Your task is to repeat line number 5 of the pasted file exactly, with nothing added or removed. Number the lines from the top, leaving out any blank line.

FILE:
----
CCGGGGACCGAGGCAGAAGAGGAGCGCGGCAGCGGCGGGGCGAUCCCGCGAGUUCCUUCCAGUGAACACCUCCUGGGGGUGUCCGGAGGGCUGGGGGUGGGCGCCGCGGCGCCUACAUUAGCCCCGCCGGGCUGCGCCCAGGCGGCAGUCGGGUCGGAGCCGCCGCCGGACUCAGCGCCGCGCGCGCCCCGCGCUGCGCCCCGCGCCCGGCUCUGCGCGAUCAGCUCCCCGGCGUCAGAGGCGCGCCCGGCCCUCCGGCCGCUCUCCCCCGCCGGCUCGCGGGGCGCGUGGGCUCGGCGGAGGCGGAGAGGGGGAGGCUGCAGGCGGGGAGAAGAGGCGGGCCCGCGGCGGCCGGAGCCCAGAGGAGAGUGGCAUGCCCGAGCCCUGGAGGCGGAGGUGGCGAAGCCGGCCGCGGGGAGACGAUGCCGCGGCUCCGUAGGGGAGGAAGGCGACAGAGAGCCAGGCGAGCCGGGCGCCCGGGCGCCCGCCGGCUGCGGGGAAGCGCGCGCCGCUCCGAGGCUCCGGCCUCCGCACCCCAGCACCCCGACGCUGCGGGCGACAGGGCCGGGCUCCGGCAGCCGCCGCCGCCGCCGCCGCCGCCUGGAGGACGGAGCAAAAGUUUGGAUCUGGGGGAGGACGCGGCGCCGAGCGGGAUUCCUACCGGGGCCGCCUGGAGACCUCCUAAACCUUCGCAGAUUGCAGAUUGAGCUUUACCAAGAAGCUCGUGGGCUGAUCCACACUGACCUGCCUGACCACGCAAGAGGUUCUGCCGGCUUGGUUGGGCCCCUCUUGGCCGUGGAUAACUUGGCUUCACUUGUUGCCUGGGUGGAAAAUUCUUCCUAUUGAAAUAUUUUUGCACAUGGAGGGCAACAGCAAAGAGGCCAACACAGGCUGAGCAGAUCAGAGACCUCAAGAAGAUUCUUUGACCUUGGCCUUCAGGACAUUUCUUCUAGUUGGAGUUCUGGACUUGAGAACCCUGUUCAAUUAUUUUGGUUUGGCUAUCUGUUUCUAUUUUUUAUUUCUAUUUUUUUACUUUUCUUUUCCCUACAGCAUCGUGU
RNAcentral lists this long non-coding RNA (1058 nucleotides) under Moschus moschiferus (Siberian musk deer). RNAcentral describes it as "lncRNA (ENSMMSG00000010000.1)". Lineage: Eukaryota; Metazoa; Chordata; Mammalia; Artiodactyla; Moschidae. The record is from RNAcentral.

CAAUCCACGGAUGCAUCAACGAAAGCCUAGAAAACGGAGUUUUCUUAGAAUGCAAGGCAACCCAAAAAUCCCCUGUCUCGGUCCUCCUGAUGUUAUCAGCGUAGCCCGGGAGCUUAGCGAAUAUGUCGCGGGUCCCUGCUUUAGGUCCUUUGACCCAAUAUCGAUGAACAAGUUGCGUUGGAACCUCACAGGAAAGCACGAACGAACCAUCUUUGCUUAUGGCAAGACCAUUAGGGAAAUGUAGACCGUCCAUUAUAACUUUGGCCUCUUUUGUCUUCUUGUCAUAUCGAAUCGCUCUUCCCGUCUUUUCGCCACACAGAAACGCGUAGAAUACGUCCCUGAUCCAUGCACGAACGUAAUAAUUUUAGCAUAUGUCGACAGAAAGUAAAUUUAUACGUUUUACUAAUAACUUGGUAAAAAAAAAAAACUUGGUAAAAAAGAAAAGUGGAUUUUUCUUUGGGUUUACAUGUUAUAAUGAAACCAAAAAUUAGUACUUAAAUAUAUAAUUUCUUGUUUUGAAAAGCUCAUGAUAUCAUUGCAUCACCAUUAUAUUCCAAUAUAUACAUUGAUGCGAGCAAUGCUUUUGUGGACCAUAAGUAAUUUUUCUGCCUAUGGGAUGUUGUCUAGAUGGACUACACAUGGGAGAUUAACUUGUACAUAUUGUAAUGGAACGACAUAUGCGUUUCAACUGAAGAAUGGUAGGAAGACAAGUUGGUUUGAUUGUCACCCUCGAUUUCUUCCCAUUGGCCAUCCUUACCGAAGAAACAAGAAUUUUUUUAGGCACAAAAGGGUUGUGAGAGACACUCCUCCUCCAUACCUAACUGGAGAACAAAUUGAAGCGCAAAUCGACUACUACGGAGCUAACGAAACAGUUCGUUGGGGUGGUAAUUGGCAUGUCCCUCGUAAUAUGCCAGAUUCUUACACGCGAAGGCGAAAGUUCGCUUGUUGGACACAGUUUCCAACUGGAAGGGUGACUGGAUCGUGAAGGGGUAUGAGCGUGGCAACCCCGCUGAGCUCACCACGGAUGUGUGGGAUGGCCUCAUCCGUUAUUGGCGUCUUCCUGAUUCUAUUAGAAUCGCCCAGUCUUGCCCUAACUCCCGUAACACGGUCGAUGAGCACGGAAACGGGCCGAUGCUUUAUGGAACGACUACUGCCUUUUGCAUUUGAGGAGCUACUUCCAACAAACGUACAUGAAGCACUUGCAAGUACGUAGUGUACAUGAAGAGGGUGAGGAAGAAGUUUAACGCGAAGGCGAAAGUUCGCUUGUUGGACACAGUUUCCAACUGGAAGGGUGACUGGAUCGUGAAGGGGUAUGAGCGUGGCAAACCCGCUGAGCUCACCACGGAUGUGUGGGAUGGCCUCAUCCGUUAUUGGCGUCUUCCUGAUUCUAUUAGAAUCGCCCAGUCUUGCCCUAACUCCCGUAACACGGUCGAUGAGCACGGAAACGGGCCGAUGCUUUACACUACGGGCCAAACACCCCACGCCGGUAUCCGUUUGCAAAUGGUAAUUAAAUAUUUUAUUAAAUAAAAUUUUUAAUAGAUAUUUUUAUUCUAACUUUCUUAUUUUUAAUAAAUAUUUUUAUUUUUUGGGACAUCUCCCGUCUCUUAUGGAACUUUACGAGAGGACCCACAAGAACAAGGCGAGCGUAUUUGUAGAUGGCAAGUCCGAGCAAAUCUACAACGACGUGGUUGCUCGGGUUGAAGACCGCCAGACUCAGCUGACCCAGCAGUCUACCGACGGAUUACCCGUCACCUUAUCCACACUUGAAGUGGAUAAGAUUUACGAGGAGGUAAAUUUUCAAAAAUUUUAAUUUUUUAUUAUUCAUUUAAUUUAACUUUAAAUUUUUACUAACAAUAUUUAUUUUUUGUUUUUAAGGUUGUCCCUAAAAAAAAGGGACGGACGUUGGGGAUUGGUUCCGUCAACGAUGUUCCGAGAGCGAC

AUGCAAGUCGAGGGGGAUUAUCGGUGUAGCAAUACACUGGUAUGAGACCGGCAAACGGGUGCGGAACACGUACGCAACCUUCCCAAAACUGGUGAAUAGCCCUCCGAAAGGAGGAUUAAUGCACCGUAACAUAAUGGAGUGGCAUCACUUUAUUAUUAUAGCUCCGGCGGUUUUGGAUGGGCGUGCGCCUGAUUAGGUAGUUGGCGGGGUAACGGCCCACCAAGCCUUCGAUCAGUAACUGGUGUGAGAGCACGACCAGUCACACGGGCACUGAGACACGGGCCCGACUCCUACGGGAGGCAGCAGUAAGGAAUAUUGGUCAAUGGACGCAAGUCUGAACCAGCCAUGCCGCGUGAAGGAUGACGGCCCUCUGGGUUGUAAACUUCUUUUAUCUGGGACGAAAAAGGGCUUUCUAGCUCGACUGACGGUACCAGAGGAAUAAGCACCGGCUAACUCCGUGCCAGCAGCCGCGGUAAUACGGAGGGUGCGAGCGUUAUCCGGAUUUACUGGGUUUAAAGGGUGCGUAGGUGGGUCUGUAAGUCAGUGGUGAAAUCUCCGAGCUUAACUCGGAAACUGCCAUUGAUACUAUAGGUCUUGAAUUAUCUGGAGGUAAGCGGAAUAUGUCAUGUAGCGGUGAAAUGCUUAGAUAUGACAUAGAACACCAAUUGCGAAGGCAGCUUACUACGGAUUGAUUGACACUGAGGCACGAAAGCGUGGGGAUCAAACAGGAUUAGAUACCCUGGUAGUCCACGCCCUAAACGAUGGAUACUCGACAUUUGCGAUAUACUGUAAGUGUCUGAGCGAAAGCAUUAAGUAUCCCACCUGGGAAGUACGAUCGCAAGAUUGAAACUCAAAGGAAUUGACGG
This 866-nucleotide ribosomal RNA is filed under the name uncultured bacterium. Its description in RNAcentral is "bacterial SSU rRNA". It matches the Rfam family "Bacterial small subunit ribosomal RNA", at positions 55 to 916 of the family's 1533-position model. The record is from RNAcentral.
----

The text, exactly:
This 866-nucleotide ribosomal RNA is filed under the name uncultured bacterium. Its description in RNAcentral is "bacterial SSU rRNA". It matches the Rfam family "Bacterial small subunit ribosomal RNA", at positions 55 to 916 of the family's 1533-position model. The record is from RNAcentral.